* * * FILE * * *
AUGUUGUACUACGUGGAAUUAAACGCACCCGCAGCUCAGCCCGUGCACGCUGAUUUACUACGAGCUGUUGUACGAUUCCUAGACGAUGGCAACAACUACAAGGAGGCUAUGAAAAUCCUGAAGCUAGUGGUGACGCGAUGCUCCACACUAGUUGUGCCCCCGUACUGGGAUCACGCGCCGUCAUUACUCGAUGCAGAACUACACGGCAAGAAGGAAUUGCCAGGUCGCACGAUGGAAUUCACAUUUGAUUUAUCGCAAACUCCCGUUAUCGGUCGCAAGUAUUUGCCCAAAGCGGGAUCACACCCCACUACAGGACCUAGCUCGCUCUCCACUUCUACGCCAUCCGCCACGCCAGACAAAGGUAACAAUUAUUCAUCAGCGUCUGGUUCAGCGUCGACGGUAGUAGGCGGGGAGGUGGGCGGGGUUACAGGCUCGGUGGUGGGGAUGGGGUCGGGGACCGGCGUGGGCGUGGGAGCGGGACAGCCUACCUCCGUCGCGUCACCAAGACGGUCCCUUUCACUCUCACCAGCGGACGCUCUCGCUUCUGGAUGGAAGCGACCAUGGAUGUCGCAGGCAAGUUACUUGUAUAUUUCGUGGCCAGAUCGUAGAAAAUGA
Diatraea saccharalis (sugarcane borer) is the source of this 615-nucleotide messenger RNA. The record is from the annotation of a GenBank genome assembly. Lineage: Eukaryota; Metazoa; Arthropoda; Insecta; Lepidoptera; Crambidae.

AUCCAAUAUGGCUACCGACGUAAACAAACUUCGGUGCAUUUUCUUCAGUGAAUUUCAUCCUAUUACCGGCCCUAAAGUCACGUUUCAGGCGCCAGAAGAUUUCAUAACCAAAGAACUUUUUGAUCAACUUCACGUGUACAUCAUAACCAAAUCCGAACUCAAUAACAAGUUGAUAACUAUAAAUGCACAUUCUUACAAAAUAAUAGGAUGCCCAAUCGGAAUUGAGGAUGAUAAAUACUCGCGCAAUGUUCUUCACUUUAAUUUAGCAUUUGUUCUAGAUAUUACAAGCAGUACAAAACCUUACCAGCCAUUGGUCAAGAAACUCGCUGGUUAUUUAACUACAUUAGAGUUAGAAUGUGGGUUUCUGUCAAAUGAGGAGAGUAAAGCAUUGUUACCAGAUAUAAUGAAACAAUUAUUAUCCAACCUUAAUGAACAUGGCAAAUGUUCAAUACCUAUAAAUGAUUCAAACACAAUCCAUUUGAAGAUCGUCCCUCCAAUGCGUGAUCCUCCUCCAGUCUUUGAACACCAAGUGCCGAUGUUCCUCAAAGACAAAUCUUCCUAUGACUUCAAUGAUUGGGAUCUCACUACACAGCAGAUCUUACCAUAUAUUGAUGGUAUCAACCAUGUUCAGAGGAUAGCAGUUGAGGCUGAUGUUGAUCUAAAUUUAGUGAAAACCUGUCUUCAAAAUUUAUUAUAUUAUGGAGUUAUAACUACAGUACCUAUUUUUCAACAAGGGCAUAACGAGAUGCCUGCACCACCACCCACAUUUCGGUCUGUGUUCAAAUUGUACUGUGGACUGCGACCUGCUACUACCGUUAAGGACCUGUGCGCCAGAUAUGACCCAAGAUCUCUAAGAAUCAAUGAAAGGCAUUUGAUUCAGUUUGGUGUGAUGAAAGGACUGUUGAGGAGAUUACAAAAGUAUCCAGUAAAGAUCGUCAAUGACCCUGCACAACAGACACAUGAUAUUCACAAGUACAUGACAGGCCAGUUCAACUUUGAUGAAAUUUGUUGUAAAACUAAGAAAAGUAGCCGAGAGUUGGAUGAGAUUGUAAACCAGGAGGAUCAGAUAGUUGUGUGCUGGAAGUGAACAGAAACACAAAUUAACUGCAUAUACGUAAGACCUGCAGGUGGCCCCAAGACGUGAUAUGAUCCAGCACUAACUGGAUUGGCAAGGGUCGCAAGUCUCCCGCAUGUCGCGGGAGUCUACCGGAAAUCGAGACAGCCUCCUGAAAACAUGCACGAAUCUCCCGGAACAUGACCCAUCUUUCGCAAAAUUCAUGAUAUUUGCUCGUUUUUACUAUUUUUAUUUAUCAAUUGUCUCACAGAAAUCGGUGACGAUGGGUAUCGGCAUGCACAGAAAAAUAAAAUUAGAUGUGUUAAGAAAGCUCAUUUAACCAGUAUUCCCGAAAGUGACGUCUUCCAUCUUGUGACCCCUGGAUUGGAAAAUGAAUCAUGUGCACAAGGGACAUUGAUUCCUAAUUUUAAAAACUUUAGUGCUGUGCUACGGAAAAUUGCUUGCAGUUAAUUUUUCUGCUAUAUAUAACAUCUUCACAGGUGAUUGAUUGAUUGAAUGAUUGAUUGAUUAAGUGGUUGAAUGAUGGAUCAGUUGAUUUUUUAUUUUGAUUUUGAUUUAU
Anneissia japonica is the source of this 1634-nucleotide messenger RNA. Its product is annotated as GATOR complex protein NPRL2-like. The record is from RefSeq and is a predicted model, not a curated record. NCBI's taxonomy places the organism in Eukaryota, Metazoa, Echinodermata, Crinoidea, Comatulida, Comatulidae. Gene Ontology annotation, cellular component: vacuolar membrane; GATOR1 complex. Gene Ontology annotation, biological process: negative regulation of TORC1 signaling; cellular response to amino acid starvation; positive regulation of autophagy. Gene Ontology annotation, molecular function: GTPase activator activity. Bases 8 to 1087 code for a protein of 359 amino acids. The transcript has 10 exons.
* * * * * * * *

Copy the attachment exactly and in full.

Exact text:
AUGUUGUACUACGUGGAAUUAAACGCACCCGCAGCUCAGCCCGUGCACGCUGAUUUACUACGAGCUGUUGUACGAUUCCUAGACGAUGGCAACAACUACAAGGAGGCUAUGAAAAUCCUGAAGCUAGUGGUGACGCGAUGCUCCACACUAGUUGUGCCCCCGUACUGGGAUCACGCGCCGUCAUUACUCGAUGCAGAACUACACGGCAAGAAGGAAUUGCCAGGUCGCACGAUGGAAUUCACAUUUGAUUUAUCGCAAACUCCCGUUAUCGGUCGCAAGUAUUUGCCCAAAGCGGGAUCACACCCCACUACAGGACCUAGCUCGCUCUCCACUUCUACGCCAUCCGCCACGCCAGACAAAGGUAACAAUUAUUCAUCAGCGUCUGGUUCAGCGUCGACGGUAGUAGGCGGGGAGGUGGGCGGGGUUACAGGCUCGGUGGUGGGGAUGGGGUCGGGGACCGGCGUGGGCGUGGGAGCGGGACAGCCUACCUCCGUCGCGUCACCAAGACGGUCCCUUUCACUCUCACCAGCGGACGCUCUCGCUUCUGGAUGGAAGCGACCAUGGAUGUCGCAGGCAAGUUACUUGUAUAUUUCGUGGCCAGAUCGUAGAAAAUGA
Diatraea saccharalis (sugarcane borer) is the source of this 615-nucleotide messenger RNA. The record is from the annotation of a GenBank genome assembly. Lineage: Eukaryota; Metazoa; Arthropoda; Insecta; Lepidoptera; Crambidae.

AUCCAAUAUGGCUACCGACGUAAACAAACUUCGGUGCAUUUUCUUCAGUGAAUUUCAUCCUAUUACCGGCCCUAAAGUCACGUUUCAGGCGCCAGAAGAUUUCAUAACCAAAGAACUUUUUGAUCAACUUCACGUGUACAUCAUAACCAAAUCCGAACUCAAUAACAAGUUGAUAACUAUAAAUGCACAUUCUUACAAAAUAAUAGGAUGCCCAAUCGGAAUUGAGGAUGAUAAAUACUCGCGCAAUGUUCUUCACUUUAAUUUAGCAUUUGUUCUAGAUAUUACAAGCAGUACAAAACCUUACCAGCCAUUGGUCAAGAAACUCGCUGGUUAUUUAACUACAUUAGAGUUAGAAUGUGGGUUUCUGUCAAAUGAGGAGAGUAAAGCAUUGUUACCAGAUAUAAUGAAACAAUUAUUAUCCAACCUUAAUGAACAUGGCAAAUGUUCAAUACCUAUAAAUGAUUCAAACACAAUCCAUUUGAAGAUCGUCCCUCCAAUGCGUGAUCCUCCUCCAGUCUUUGAACACCAAGUGCCGAUGUUCCUCAAAGACAAAUCUUCCUAUGACUUCAAUGAUUGGGAUCUCACUACACAGCAGAUCUUACCAUAUAUUGAUGGUAUCAACCAUGUUCAGAGGAUAGCAGUUGAGGCUGAUGUUGAUCUAAAUUUAGUGAAAACCUGUCUUCAAAAUUUAUUAUAUUAUGGAGUUAUAACUACAGUACCUAUUUUUCAACAAGGGCAUAACGAGAUGCCUGCACCACCACCCACAUUUCGGUCUGUGUUCAAAUUGUACUGUGGACUGCGACCUGCUACUACCGUUAAGGACCUGUGCGCCAGAUAUGACCCAAGAUCUCUAAGAAUCAAUGAAAGGCAUUUGAUUCAGUUUGGUGUGAUGAAAGGACUGUUGAGGAGAUUACAAAAGUAUCCAGUAAAGAUCGUCAAUGACCCUGCACAACAGACACAUGAUAUUCACAAGUACAUGACAGGCCAGUUCAACUUUGAUGAAAUUUGUUGUAAAACUAAGAAAAGUAGCCGAGAGUUGGAUGAGAUUGUAAACCAGGAGGAUCAGAUAGUUGUGUGCUGGAAGUGAACAGAAACACAAAUUAACUGCAUAUACGUAAGACCUGCAGGUGGCCCCAAGACGUGAUAUGAUCCAGCACUAACUGGAUUGGCAAGGGUCGCAAGUCUCCCGCAUGUCGCGGGAGUCUACCGGAAAUCGAGACAGCCUCCUGAAAACAUGCACGAAUCUCCCGGAACAUGACCCAUCUUUCGCAAAAUUCAUGAUAUUUGCUCGUUUUUACUAUUUUUAUUUAUCAAUUGUCUCACAGAAAUCGGUGACGAUGGGUAUCGGCAUGCACAGAAAAAUAAAAUUAGAUGUGUUAAGAAAGCUCAUUUAACCAGUAUUCCCGAAAGUGACGUCUUCCAUCUUGUGACCCCUGGAUUGGAAAAUGAAUCAUGUGCACAAGGGACAUUGAUUCCUAAUUUUAAAAACUUUAGUGCUGUGCUACGGAAAAUUGCUUGCAGUUAAUUUUUCUGCUAUAUAUAACAUCUUCACAGGUGAUUGAUUGAUUGAAUGAUUGAUUGAUUAAGUGGUUGAAUGAUGGAUCAGUUGAUUUUUUAUUUUGAUUUUGAUUUAU
Anneissia japonica is the source of this 1634-nucleotide messenger RNA. Its product is annotated as GATOR complex protein NPRL2-like. The record is from RefSeq and is a predicted model, not a curated record. NCBI's taxonomy places the organism in Eukaryota, Metazoa, Echinodermata, Crinoidea, Comatulida, Comatulidae. Gene Ontology annotation, cellular component: vacuolar membrane; GATOR1 complex. Gene Ontology annotation, biological process: negative regulation of TORC1 signaling; cellular response to amino acid starvation; positive regulation of autophagy. Gene Ontology annotation, molecular function: GTPase activator activity. Bases 8 to 1087 code for a protein of 359 amino acids. The transcript has 10 exons.